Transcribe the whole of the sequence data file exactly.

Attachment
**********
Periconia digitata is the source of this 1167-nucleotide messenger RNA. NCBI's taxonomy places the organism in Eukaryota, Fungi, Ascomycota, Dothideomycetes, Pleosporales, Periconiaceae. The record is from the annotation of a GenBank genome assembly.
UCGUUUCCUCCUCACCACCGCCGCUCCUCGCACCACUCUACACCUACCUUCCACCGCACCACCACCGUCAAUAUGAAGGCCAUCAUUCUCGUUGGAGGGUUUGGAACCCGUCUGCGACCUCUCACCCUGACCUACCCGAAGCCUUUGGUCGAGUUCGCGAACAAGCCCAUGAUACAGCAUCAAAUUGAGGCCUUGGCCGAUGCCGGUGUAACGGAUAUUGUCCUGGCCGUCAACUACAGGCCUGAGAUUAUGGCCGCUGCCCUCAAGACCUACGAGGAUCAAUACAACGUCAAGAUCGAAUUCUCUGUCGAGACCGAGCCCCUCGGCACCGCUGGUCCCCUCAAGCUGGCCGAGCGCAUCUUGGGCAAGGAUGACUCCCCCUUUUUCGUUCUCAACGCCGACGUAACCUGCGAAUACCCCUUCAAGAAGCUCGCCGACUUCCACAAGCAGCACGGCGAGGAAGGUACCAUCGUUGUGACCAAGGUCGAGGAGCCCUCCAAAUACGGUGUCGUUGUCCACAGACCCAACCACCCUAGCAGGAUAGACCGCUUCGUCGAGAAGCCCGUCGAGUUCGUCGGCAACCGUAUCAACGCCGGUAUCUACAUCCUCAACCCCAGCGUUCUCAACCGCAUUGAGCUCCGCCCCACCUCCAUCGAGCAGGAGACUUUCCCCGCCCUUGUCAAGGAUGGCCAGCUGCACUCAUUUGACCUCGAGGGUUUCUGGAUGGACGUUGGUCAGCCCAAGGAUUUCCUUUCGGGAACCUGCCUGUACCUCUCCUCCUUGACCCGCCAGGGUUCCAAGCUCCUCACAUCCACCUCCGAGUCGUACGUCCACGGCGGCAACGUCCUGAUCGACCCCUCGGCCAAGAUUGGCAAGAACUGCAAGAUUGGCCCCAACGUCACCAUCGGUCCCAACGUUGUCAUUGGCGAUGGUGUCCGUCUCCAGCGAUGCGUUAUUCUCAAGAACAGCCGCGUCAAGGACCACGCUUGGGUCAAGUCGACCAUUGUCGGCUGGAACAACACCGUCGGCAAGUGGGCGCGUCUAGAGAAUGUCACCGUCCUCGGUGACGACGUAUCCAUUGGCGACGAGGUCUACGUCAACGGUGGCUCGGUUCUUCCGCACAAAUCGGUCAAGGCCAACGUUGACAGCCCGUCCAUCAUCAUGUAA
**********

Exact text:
Periconia digitata is the source of this 1167-nucleotide messenger RNA. NCBI's taxonomy places the organism in Eukaryota, Fungi, Ascomycota, Dothideomycetes, Pleosporales, Periconiaceae. The record is from the annotation of a GenBank genome assembly.
UCGUUUCCUCCUCACCACCGCCGCUCCUCGCACCACUCUACACCUACCUUCCACCGCACCACCACCGUCAAUAUGAAGGCCAUCAUUCUCGUUGGAGGGUUUGGAACCCGUCUGCGACCUCUCACCCUGACCUACCCGAAGCCUUUGGUCGAGUUCGCGAACAAGCCCAUGAUACAGCAUCAAAUUGAGGCCUUGGCCGAUGCCGGUGUAACGGAUAUUGUCCUGGCCGUCAACUACAGGCCUGAGAUUAUGGCCGCUGCCCUCAAGACCUACGAGGAUCAAUACAACGUCAAGAUCGAAUUCUCUGUCGAGACCGAGCCCCUCGGCACCGCUGGUCCCCUCAAGCUGGCCGAGCGCAUCUUGGGCAAGGAUGACUCCCCCUUUUUCGUUCUCAACGCCGACGUAACCUGCGAAUACCCCUUCAAGAAGCUCGCCGACUUCCACAAGCAGCACGGCGAGGAAGGUACCAUCGUUGUGACCAAGGUCGAGGAGCCCUCCAAAUACGGUGUCGUUGUCCACAGACCCAACCACCCUAGCAGGAUAGACCGCUUCGUCGAGAAGCCCGUCGAGUUCGUCGGCAACCGUAUCAACGCCGGUAUCUACAUCCUCAACCCCAGCGUUCUCAACCGCAUUGAGCUCCGCCCCACCUCCAUCGAGCAGGAGACUUUCCCCGCCCUUGUCAAGGAUGGCCAGCUGCACUCAUUUGACCUCGAGGGUUUCUGGAUGGACGUUGGUCAGCCCAAGGAUUUCCUUUCGGGAACCUGCCUGUACCUCUCCUCCUUGACCCGCCAGGGUUCCAAGCUCCUCACAUCCACCUCCGAGUCGUACGUCCACGGCGGCAACGUCCUGAUCGACCCCUCGGCCAAGAUUGGCAAGAACUGCAAGAUUGGCCCCAACGUCACCAUCGGUCCCAACGUUGUCAUUGGCGAUGGUGUCCGUCUCCAGCGAUGCGUUAUUCUCAAGAACAGCCGCGUCAAGGACCACGCUUGGGUCAAGUCGACCAUUGUCGGCUGGAACAACACCGUCGGCAAGUGGGCGCGUCUAGAGAAUGUCACCGUCCUCGGUGACGACGUAUCCAUUGGCGACGAGGUCUACGUCAACGGUGGCUCGGUUCUUCCGCACAAAUCGGUCAAGGCCAACGUUGACAGCCCGUCCAUCAUCAUGUAA